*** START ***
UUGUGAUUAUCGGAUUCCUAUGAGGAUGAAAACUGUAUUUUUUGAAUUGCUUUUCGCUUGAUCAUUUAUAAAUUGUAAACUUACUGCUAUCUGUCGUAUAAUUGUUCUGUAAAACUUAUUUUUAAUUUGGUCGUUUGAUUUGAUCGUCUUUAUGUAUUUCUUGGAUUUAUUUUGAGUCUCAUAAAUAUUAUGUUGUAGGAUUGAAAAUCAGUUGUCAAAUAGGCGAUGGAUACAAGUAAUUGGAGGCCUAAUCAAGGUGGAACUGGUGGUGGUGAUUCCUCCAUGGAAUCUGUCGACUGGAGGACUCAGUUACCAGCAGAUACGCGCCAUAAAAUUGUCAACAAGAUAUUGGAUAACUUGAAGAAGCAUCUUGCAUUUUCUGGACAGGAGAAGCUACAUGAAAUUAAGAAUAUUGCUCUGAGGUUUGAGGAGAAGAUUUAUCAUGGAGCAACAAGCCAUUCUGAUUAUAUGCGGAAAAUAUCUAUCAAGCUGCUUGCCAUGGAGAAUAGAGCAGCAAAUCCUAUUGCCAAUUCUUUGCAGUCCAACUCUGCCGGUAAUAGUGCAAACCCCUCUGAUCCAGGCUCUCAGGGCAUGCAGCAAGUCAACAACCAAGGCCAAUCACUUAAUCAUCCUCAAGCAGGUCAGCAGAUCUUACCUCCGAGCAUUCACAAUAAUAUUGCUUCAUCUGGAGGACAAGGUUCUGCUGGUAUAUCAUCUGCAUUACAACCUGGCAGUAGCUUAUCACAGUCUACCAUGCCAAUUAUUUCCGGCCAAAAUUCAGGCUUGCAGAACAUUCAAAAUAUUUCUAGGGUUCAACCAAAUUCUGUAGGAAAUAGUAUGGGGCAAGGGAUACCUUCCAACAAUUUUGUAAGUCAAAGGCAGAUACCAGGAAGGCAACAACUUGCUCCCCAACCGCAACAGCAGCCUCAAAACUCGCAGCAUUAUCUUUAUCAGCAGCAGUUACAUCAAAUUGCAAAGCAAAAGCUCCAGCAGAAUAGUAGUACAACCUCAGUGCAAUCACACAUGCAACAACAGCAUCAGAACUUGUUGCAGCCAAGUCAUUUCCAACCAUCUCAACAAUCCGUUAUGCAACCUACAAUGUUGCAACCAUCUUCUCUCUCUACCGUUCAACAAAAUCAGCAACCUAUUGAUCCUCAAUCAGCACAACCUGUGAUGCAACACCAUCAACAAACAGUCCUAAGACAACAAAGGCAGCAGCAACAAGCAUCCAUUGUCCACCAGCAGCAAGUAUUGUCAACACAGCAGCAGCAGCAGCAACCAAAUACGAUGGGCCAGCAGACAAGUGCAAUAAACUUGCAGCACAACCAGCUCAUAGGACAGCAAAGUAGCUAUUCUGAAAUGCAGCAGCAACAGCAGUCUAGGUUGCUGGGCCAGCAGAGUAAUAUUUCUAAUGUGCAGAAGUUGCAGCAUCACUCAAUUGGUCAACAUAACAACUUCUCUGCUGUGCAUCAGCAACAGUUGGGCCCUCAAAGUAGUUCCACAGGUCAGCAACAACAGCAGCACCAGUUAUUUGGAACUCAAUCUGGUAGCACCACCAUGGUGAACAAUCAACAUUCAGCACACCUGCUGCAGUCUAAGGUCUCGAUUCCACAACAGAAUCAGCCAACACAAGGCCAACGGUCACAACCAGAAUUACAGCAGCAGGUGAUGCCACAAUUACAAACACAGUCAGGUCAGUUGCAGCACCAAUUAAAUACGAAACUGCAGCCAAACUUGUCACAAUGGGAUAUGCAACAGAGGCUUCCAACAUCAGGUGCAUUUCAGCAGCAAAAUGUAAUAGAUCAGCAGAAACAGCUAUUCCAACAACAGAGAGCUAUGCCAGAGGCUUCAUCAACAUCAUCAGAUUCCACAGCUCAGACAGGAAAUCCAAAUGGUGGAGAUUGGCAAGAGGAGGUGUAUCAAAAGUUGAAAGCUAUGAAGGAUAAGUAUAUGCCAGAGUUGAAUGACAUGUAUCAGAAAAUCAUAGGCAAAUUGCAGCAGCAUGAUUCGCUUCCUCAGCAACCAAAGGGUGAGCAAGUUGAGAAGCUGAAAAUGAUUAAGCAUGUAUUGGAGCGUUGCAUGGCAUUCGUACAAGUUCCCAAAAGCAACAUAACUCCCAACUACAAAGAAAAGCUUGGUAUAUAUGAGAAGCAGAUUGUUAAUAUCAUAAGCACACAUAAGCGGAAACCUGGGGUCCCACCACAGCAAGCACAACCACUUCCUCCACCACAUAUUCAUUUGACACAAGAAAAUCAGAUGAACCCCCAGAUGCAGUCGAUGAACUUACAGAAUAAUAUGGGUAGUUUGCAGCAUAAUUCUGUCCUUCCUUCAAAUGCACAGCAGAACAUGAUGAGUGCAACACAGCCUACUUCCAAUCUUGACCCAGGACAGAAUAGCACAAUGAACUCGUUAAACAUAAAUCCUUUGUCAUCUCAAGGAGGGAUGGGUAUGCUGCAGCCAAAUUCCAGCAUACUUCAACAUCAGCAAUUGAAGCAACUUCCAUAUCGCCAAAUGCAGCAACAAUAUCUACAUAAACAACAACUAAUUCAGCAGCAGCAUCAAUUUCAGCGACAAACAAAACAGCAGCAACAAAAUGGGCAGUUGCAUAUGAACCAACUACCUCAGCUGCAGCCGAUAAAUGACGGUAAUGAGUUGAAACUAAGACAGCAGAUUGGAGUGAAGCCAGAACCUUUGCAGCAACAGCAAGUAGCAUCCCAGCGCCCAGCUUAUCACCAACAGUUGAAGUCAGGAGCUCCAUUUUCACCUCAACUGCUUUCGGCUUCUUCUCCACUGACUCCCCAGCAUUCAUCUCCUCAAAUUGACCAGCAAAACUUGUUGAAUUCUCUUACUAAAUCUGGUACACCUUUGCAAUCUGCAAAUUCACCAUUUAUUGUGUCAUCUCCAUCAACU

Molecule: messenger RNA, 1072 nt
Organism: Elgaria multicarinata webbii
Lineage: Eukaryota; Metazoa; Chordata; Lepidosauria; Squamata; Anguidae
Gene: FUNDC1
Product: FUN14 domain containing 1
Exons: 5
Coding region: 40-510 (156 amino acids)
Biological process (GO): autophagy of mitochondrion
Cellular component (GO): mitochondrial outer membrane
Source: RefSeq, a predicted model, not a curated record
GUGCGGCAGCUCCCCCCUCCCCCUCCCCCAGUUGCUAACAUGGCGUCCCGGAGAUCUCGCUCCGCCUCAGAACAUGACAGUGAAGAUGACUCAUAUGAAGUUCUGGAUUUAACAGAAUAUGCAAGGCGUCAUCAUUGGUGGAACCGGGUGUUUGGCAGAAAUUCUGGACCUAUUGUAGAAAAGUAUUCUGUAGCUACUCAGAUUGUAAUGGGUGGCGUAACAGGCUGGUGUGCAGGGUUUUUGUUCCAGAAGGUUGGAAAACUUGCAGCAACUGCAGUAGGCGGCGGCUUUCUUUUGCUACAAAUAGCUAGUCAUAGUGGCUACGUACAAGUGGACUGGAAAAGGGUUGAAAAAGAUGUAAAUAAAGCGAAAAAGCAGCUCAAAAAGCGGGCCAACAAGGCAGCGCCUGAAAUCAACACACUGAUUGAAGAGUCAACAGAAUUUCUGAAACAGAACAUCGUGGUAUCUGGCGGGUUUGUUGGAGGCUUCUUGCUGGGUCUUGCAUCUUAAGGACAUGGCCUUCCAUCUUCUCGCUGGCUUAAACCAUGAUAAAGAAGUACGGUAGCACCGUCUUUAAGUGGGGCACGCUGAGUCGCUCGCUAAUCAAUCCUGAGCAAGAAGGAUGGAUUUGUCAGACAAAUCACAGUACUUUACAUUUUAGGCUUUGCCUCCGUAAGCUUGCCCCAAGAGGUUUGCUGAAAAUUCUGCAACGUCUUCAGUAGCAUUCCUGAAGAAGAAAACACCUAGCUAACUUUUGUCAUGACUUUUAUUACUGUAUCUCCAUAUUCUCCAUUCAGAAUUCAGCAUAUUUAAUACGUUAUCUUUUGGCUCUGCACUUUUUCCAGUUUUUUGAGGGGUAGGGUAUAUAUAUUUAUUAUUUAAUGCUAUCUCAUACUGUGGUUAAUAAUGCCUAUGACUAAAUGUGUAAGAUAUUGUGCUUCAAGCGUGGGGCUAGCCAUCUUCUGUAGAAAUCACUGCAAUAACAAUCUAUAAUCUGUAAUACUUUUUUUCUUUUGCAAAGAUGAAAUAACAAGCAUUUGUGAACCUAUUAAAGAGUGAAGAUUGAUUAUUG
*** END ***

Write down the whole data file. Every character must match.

UUGUGAUUAUCGGAUUCCUAUGAGGAUGAAAACUGUAUUUUUUGAAUUGCUUUUCGCUUGAUCAUUUAUAAAUUGUAAACUUACUGCUAUCUGUCGUAUAAUUGUUCUGUAAAACUUAUUUUUAAUUUGGUCGUUUGAUUUGAUCGUCUUUAUGUAUUUCUUGGAUUUAUUUUGAGUCUCAUAAAUAUUAUGUUGUAGGAUUGAAAAUCAGUUGUCAAAUAGGCGAUGGAUACAAGUAAUUGGAGGCCUAAUCAAGGUGGAACUGGUGGUGGUGAUUCCUCCAUGGAAUCUGUCGACUGGAGGACUCAGUUACCAGCAGAUACGCGCCAUAAAAUUGUCAACAAGAUAUUGGAUAACUUGAAGAAGCAUCUUGCAUUUUCUGGACAGGAGAAGCUACAUGAAAUUAAGAAUAUUGCUCUGAGGUUUGAGGAGAAGAUUUAUCAUGGAGCAACAAGCCAUUCUGAUUAUAUGCGGAAAAUAUCUAUCAAGCUGCUUGCCAUGGAGAAUAGAGCAGCAAAUCCUAUUGCCAAUUCUUUGCAGUCCAACUCUGCCGGUAAUAGUGCAAACCCCUCUGAUCCAGGCUCUCAGGGCAUGCAGCAAGUCAACAACCAAGGCCAAUCACUUAAUCAUCCUCAAGCAGGUCAGCAGAUCUUACCUCCGAGCAUUCACAAUAAUAUUGCUUCAUCUGGAGGACAAGGUUCUGCUGGUAUAUCAUCUGCAUUACAACCUGGCAGUAGCUUAUCACAGUCUACCAUGCCAAUUAUUUCCGGCCAAAAUUCAGGCUUGCAGAACAUUCAAAAUAUUUCUAGGGUUCAACCAAAUUCUGUAGGAAAUAGUAUGGGGCAAGGGAUACCUUCCAACAAUUUUGUAAGUCAAAGGCAGAUACCAGGAAGGCAACAACUUGCUCCCCAACCGCAACAGCAGCCUCAAAACUCGCAGCAUUAUCUUUAUCAGCAGCAGUUACAUCAAAUUGCAAAGCAAAAGCUCCAGCAGAAUAGUAGUACAACCUCAGUGCAAUCACACAUGCAACAACAGCAUCAGAACUUGUUGCAGCCAAGUCAUUUCCAACCAUCUCAACAAUCCGUUAUGCAACCUACAAUGUUGCAACCAUCUUCUCUCUCUACCGUUCAACAAAAUCAGCAACCUAUUGAUCCUCAAUCAGCACAACCUGUGAUGCAACACCAUCAACAAACAGUCCUAAGACAACAAAGGCAGCAGCAACAAGCAUCCAUUGUCCACCAGCAGCAAGUAUUGUCAACACAGCAGCAGCAGCAGCAACCAAAUACGAUGGGCCAGCAGACAAGUGCAAUAAACUUGCAGCACAACCAGCUCAUAGGACAGCAAAGUAGCUAUUCUGAAAUGCAGCAGCAACAGCAGUCUAGGUUGCUGGGCCAGCAGAGUAAUAUUUCUAAUGUGCAGAAGUUGCAGCAUCACUCAAUUGGUCAACAUAACAACUUCUCUGCUGUGCAUCAGCAACAGUUGGGCCCUCAAAGUAGUUCCACAGGUCAGCAACAACAGCAGCACCAGUUAUUUGGAACUCAAUCUGGUAGCACCACCAUGGUGAACAAUCAACAUUCAGCACACCUGCUGCAGUCUAAGGUCUCGAUUCCACAACAGAAUCAGCCAACACAAGGCCAACGGUCACAACCAGAAUUACAGCAGCAGGUGAUGCCACAAUUACAAACACAGUCAGGUCAGUUGCAGCACCAAUUAAAUACGAAACUGCAGCCAAACUUGUCACAAUGGGAUAUGCAACAGAGGCUUCCAACAUCAGGUGCAUUUCAGCAGCAAAAUGUAAUAGAUCAGCAGAAACAGCUAUUCCAACAACAGAGAGCUAUGCCAGAGGCUUCAUCAACAUCAUCAGAUUCCACAGCUCAGACAGGAAAUCCAAAUGGUGGAGAUUGGCAAGAGGAGGUGUAUCAAAAGUUGAAAGCUAUGAAGGAUAAGUAUAUGCCAGAGUUGAAUGACAUGUAUCAGAAAAUCAUAGGCAAAUUGCAGCAGCAUGAUUCGCUUCCUCAGCAACCAAAGGGUGAGCAAGUUGAGAAGCUGAAAAUGAUUAAGCAUGUAUUGGAGCGUUGCAUGGCAUUCGUACAAGUUCCCAAAAGCAACAUAACUCCCAACUACAAAGAAAAGCUUGGUAUAUAUGAGAAGCAGAUUGUUAAUAUCAUAAGCACACAUAAGCGGAAACCUGGGGUCCCACCACAGCAAGCACAACCACUUCCUCCACCACAUAUUCAUUUGACACAAGAAAAUCAGAUGAACCCCCAGAUGCAGUCGAUGAACUUACAGAAUAAUAUGGGUAGUUUGCAGCAUAAUUCUGUCCUUCCUUCAAAUGCACAGCAGAACAUGAUGAGUGCAACACAGCCUACUUCCAAUCUUGACCCAGGACAGAAUAGCACAAUGAACUCGUUAAACAUAAAUCCUUUGUCAUCUCAAGGAGGGAUGGGUAUGCUGCAGCCAAAUUCCAGCAUACUUCAACAUCAGCAAUUGAAGCAACUUCCAUAUCGCCAAAUGCAGCAACAAUAUCUACAUAAACAACAACUAAUUCAGCAGCAGCAUCAAUUUCAGCGACAAACAAAACAGCAGCAACAAAAUGGGCAGUUGCAUAUGAACCAACUACCUCAGCUGCAGCCGAUAAAUGACGGUAAUGAGUUGAAACUAAGACAGCAGAUUGGAGUGAAGCCAGAACCUUUGCAGCAACAGCAAGUAGCAUCCCAGCGCCCAGCUUAUCACCAACAGUUGAAGUCAGGAGCUCCAUUUUCACCUCAACUGCUUUCGGCUUCUUCUCCACUGACUCCCCAGCAUUCAUCUCCUCAAAUUGACCAGCAAAACUUGUUGAAUUCUCUUACUAAAUCUGGUACACCUUUGCAAUCUGCAAAUUCACCAUUUAUUGUGUCAUCUCCAUCAACU

Molecule: messenger RNA, 1072 nt
Organism: Elgaria multicarinata webbii
Lineage: Eukaryota; Metazoa; Chordata; Lepidosauria; Squamata; Anguidae
Gene: FUNDC1
Product: FUN14 domain containing 1
Exons: 5
Coding region: 40-510 (156 amino acids)
Biological process (GO): autophagy of mitochondrion
Cellular component (GO): mitochondrial outer membrane
Source: RefSeq, a predicted model, not a curated record
GUGCGGCAGCUCCCCCCUCCCCCUCCCCCAGUUGCUAACAUGGCGUCCCGGAGAUCUCGCUCCGCCUCAGAACAUGACAGUGAAGAUGACUCAUAUGAAGUUCUGGAUUUAACAGAAUAUGCAAGGCGUCAUCAUUGGUGGAACCGGGUGUUUGGCAGAAAUUCUGGACCUAUUGUAGAAAAGUAUUCUGUAGCUACUCAGAUUGUAAUGGGUGGCGUAACAGGCUGGUGUGCAGGGUUUUUGUUCCAGAAGGUUGGAAAACUUGCAGCAACUGCAGUAGGCGGCGGCUUUCUUUUGCUACAAAUAGCUAGUCAUAGUGGCUACGUACAAGUGGACUGGAAAAGGGUUGAAAAAGAUGUAAAUAAAGCGAAAAAGCAGCUCAAAAAGCGGGCCAACAAGGCAGCGCCUGAAAUCAACACACUGAUUGAAGAGUCAACAGAAUUUCUGAAACAGAACAUCGUGGUAUCUGGCGGGUUUGUUGGAGGCUUCUUGCUGGGUCUUGCAUCUUAAGGACAUGGCCUUCCAUCUUCUCGCUGGCUUAAACCAUGAUAAAGAAGUACGGUAGCACCGUCUUUAAGUGGGGCACGCUGAGUCGCUCGCUAAUCAAUCCUGAGCAAGAAGGAUGGAUUUGUCAGACAAAUCACAGUACUUUACAUUUUAGGCUUUGCCUCCGUAAGCUUGCCCCAAGAGGUUUGCUGAAAAUUCUGCAACGUCUUCAGUAGCAUUCCUGAAGAAGAAAACACCUAGCUAACUUUUGUCAUGACUUUUAUUACUGUAUCUCCAUAUUCUCCAUUCAGAAUUCAGCAUAUUUAAUACGUUAUCUUUUGGCUCUGCACUUUUUCCAGUUUUUUGAGGGGUAGGGUAUAUAUAUUUAUUAUUUAAUGCUAUCUCAUACUGUGGUUAAUAAUGCCUAUGACUAAAUGUGUAAGAUAUUGUGCUUCAAGCGUGGGGCUAGCCAUCUUCUGUAGAAAUCACUGCAAUAACAAUCUAUAAUCUGUAAUACUUUUUUUCUUUUGCAAAGAUGAAAUAACAAGCAUUUGUGAACCUAUUAAAGAGUGAAGAUUGAUUAUUG